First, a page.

In defense of Kant, I would start by pointing out that the formula of universal law is only the first one of the formulations he gives of the categorical imperative. It would be unfair to judge the whole of Kant’s moral theory by the incompleteness of the formula of universal law. As I understand it, Kant continued with the other formulations at least partly because because he recognized that the formula of universal law seemed incomplete as the sole categorical imperative. One problem with the formula of universal law seems to be that it can generate a contradiction (and so be a morally impermissible action to take) for something which actually isn’t a moral concern. This is an issue that has been raised by others, but now I’ll formulate a more personal example to illustrate this problem.
"According to act-utilitarianism, it is the value of the consequences of the particular act that counts when determining whether the act is right. Bentham's theory is act-utilitarian, and so is that of J.J.C. Smart. One objection to act-utilitarianism is that it seems to be ‘too permissive’, capable of justifying any crime, and even making it morally obligatory, if only the value of the particular consequences of the particular act is great enough. Another objection is that act-utilitarianism seems better in theory than in practice, since we hardly ever have the time and the knowledge to predict the consequences of an act, assess their value, and make comparisons with possible alternative acts.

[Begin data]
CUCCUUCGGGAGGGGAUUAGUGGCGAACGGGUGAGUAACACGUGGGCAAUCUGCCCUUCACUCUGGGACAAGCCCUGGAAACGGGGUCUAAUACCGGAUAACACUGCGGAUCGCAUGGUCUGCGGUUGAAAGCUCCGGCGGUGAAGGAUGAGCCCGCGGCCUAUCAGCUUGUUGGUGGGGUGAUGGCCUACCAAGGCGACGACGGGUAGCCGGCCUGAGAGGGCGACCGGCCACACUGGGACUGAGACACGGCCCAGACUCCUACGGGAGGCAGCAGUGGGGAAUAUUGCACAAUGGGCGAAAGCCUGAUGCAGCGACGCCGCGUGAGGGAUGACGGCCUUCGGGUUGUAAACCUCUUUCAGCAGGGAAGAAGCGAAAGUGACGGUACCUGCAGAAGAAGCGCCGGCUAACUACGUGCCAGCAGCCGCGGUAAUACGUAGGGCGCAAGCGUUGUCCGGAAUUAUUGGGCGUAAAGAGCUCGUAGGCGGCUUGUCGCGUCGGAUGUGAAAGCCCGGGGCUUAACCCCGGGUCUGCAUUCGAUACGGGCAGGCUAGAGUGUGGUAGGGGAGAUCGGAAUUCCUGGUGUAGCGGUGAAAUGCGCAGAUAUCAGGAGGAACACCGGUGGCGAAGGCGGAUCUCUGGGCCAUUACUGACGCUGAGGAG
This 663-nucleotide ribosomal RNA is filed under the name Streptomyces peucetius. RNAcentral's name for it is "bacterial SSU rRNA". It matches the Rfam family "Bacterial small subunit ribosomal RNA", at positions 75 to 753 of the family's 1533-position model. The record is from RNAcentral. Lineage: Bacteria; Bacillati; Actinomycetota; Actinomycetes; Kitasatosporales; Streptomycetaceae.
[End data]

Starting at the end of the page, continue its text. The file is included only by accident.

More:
William Graham Sumner is not correct to say that, “The ‘right’ way is the way which the ancestors used and which has been handed down.” These “Folkways” are not a good guide to moral truth. Cultural relativist, William Graham Sumner is not correct to say that, “The ‘right’ way is the way which the ancestors used and which has been handed down.” These “Folkways” are not a good guide to moral truth. Two arguments will be presented to support this thesis. Firstly, Sumner’s statement is invalid as his claim is self-refuting. Secondly, moral absolutes do exist.
Some people believe that culture is a way that morality can be established, but morality differs from culture to culture. In Doing Ethics, Lewis Vaughn talks about cultural relativism and lays out an argument for it. In the second premise it states “If people’s judgments about right and wrong differ from culture to culture, then right and wrong are relative to culture, and there are no objective moral principles” (Vaughn 26). He makes it clear that he does not support this premise and explains his points as to why this is false. Cultural relativism is the idea that the moral principles someone has are solely determined by the culture one lives in.
Immorality therefore is the violation of such law. Kant goes on to argue that the morality of any action can be seen, not by the desired consequences, but by the motive behind the action. Basically, Kant believes that we should act because of the motive not because we see the end results of the action. Consequences of an act are, for the most part, irrelevant to morality; we can control the motives but not control the results. Motives then can be measured by whether or not they can be turned into a universal maxim.